In my dream adaptation, KATEE SACKHOFF would play the brash and ultimately tragic Katchoo, and JENNIFER CONNELLY, the kind and slightly clueless Francine.
To direct, I would love to see LEXI ALEXANDER (Punisher: War Zone) take a chance at balancing the more intimate relationship drama with the bombastic, Rambo-meets-Thelma-and-Louise-style violence.
(Bryan Lee O’Malley)
We already have one incredible Bryan Lee O’Malley adaptation (the exceedingly wonderful Scott Pilgrim vs. the World); why not another? Seconds follows Katie Clay, chef, restaurant owner, and occasional fuck-up, as she is granted the ability to go back in time to fix past mistakes by eating mushrooms. The convoluted premise is all a guise for a deeply felt story about our inability to change the past and let things go. Think Groundhog Day, but with fewer groundhogs and more spirits that live in dressers.
Katie Clay needs to be played by an actress with the perfect mix of sarcastic, dry wit and genuine warmth and compassion. I pick EMMA STONE.
To direct, I would offer up a relative newcomer to the business: MARIELLE HELLER, whose Diary of a Teenage Girl was one of my favorite films of 2015.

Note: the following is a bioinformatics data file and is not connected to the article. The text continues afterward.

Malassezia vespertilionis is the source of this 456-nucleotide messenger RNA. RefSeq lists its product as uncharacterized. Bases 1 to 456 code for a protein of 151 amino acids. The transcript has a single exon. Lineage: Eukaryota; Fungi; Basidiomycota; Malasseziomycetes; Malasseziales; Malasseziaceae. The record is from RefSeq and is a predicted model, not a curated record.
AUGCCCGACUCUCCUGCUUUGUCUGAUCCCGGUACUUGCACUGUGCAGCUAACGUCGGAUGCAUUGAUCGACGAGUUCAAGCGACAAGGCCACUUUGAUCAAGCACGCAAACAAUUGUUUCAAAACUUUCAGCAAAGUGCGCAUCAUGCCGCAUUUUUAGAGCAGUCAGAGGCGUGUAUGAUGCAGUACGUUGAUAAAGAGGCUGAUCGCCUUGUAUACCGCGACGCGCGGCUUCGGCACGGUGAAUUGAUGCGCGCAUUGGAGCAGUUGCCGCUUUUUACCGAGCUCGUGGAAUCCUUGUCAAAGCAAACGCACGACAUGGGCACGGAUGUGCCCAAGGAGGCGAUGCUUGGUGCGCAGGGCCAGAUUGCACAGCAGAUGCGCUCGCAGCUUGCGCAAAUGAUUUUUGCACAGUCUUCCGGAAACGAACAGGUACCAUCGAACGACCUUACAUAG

2. MIND MGMT
MIND MGMT opens with true-crime writer, Meru, reporting on a mysterious flight, one in which all of the people on the plane developed amnesia. From there, Kindt unravels a story entrenched in paranoia, where no one can be trusted, not even yourself. Beyond the fun sci-fi concepts that are played with (psychics, immortals, mind readers etc.), MIND MGMT is essentially about trauma and the aching pains of memory lingering even when those memories are taken from you. No comic has ever made me unable to guess where the narrative was going on the level of Kindt’s masterpiece.
Casting the lead of such a comic is difficult. Meru is a totally clueless protagonist, constantly thwarted by forces so powerful that it takes a while for her to even accept them. At the same time, she is strong and brave, a character bent on learning the truth and sharing it with the world. After her quietly magnificent turn in Sicario, EMILY BLUNT is my pick.
The director of this film must be able to make good use of silence, to pick through heavy jargon without losing clarity, and to most importantly translate the compassion and empathy Kindt has for his characters onto the screen. For me, that director is SHANE CARRUTH, of Primer and Upstream Color fame. His work tends to be more experimental, yes, but the story of MIND MGMT is so fractal and messy (as is the tendency with psychics), that I think he is the best person to translate the material.
1. Doom Patrol
(Grant Morrison & Richard Case)